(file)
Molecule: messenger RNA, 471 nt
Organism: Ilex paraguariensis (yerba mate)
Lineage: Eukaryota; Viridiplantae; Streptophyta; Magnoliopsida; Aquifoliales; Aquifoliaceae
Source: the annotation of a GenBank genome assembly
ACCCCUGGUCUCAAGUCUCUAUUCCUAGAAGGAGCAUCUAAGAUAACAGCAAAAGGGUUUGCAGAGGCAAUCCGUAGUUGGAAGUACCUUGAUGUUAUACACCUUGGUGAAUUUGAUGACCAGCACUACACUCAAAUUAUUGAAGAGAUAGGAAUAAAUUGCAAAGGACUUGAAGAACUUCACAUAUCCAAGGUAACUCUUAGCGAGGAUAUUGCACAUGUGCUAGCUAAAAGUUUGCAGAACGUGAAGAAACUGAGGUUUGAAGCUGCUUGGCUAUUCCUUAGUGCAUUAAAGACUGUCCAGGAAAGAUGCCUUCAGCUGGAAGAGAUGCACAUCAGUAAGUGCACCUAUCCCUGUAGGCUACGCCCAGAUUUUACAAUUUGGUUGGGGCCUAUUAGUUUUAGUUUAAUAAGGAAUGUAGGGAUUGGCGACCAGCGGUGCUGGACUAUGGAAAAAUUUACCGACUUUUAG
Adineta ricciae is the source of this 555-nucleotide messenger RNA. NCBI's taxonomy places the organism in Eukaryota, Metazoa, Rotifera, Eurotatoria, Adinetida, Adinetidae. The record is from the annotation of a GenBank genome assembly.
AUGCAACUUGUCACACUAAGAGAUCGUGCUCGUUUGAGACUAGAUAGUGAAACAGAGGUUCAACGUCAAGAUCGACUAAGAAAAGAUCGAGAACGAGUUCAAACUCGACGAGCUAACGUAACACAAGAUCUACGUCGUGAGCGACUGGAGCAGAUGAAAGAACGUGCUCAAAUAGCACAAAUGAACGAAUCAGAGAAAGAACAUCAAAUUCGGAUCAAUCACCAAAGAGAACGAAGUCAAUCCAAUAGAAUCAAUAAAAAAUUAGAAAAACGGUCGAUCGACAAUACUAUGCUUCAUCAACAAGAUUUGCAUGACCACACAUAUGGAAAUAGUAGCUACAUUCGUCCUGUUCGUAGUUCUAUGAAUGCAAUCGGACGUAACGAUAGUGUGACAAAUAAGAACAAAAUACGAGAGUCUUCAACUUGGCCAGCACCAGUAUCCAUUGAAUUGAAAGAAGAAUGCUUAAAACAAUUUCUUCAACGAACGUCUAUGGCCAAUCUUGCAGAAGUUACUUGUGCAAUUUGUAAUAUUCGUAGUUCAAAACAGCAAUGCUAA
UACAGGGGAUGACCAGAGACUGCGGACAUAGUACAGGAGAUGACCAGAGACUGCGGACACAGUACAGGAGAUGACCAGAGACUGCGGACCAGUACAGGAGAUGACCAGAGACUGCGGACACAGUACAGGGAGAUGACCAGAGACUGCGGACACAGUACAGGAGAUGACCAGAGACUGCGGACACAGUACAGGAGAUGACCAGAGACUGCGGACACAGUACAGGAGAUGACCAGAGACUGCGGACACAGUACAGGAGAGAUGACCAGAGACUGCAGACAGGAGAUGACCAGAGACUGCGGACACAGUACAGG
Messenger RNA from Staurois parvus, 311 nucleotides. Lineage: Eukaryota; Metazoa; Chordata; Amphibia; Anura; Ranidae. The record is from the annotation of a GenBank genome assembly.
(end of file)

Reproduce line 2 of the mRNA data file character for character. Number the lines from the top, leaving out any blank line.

Organism: Ilex paraguariensis (yerba mate)